The soundtrack for Peter Greenaway's film Prospero's Books is one of Michael Nyman's most ambitious accomplishments. Where his previous film scores had been obsessively minimalist and cleverly derivative of past musical styles, Nyman's stylistic approach is more varied and rather free, since many of these pieces are settings of Shakespeare's song texts and require a flexible approach. Though Nyman's neo-Baroque minimalism is still present in such instrumental pieces as the extended processional music of Prospero's Magic and the sedate Cornfield, his vocal pieces are entirely of a different character. "Full Fathom Five" is given a lush, harmonic setting, introducing an impressionist style that will be more pronounced in later scores. "Where the Bee Sucks" is similar, as the melody is wreathed in shimmering harmonies and undulating figurations. In these songs, Sarah Leonard's pure tone approximates the sound of a boy soprano's voice, and was extremely effective in the film when synchronized with the child actor who played Ariel. The Masque is the major work on this recording, a nearly operatic rendering of the wedding scene for three sopranos in three different vocal styles. Marie Angel, Ute Lemper, and Deborah Conway sing the roles of Iris, Ceres, and Juno, respectively, and the distinctiveness of their voices is not so great as to prevent them from blending well in their concluding trio.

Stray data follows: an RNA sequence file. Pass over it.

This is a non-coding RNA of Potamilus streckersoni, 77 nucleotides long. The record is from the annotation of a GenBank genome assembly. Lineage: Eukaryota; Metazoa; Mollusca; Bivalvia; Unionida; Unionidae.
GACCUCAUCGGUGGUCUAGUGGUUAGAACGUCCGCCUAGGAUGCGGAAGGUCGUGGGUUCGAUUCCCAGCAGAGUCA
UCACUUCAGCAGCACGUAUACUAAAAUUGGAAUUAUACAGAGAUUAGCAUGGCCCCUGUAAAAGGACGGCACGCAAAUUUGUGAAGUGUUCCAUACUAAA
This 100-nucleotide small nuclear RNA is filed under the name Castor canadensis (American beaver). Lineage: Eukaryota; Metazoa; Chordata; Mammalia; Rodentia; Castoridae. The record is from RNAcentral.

Share this page
AllMusic Review by Blair Sanderson
|Prospero's Books, film score|